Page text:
Abacavir (as sulfate)


Abacavir (as sulfate) is used for: For the treatment of HIV-1 infection, in combination with other antiretroviral agents. Oral HIV infection

Adult Dose

Combined with other antiretrovirals: 300 mg bid or 600 mg once daily.

Child Dose

Child: ≥3 mth 14 to <20 kg: 150 mg bid or 300 mg once daily; ≥20 kg to <25 kg: 150 mg in the morning and 300 mg in the evening or 450 mg once daily; ≥25 kg: Same as adult dose.

Renal Dose

Not recommended.


May be taken with or without food.

Contra Indications

- HLA-B*57:01 allele positive patients - Moderate to severe hepatic impairment. - Lactation. - Hypersensitivity to abacavir


Hepatic Impairment: Mild (Child-Pugh score 5-6): 200 mg bid. Contraindicated in Moderate to severe Hepatic Impairment.



Adverse Effects

Side effects of Abacavir (as sulfate) : Fever, cough, rash, lethargy, malaise, dyspnoea, headache, GI disturbances, myalgia, particularly nausea, vomiting, diarrhoea and abdominal pain; pancreatitis and elevated liver enzyme values, osteonecrosis, immune reconstitution syndrome, MI, lipodystrophy syndrome. Rarely: Stevens-Johnson syndrome, erythema multiforme, toxic epidermal necrolysis. Potentially Fatal: Serious and fatal hypersensitivity reactions w/ multiple organ involvement, lactic acidosis and severe hepatomegaly w/ steatosis.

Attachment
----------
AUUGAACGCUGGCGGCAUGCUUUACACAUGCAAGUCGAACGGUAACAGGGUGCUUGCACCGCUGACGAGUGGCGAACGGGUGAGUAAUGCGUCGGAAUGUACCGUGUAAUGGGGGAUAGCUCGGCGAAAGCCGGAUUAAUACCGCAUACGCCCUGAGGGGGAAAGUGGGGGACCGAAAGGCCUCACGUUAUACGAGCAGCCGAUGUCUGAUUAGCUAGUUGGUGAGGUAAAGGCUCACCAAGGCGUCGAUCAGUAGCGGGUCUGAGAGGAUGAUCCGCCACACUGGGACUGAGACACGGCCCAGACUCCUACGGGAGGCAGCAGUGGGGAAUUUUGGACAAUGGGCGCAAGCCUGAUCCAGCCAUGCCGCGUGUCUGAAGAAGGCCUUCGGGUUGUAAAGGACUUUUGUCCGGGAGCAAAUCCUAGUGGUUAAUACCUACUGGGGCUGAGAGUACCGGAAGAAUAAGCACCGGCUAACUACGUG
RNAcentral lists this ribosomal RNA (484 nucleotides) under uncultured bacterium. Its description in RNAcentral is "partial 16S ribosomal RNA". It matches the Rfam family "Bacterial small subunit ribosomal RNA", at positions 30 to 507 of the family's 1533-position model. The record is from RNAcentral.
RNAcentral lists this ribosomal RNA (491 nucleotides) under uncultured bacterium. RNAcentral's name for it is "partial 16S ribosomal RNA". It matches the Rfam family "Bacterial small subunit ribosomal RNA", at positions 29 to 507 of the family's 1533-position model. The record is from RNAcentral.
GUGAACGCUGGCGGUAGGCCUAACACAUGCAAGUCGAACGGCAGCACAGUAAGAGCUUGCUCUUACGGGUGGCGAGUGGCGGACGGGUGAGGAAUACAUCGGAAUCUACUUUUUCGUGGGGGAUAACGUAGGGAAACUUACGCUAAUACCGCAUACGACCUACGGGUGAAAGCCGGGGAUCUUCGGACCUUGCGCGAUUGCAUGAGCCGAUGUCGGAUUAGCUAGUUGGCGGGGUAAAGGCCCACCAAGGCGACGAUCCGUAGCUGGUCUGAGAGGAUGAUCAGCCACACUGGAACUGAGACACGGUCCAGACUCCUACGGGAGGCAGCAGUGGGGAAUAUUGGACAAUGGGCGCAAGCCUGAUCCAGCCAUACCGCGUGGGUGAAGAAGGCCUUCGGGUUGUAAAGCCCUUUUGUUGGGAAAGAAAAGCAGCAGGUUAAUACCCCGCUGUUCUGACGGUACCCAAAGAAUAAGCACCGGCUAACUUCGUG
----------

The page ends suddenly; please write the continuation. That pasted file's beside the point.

Mechanism of Action

Abacavir is a carbocyclic synthetic nucleoside analogue and an antiviral agent. Intracellularly, abacavir is converted by cellular enzymes to the active metabolite carbovir triphosphate, an analogue of deoxyguanosine-5'-triphosphate (dGTP). Carbovir triphosphate inhibits the activity of HIV-1 reverse transcriptase (RT) both by competing with the natural substrate dGTP and by its incorporation into viral DNA. Viral DNA growth is terminated because the incorporated nucleotide lacks a 3'-OH group, which is needed to form the 5' to 3' phosphodiester linkage essential for DNA chain elongation.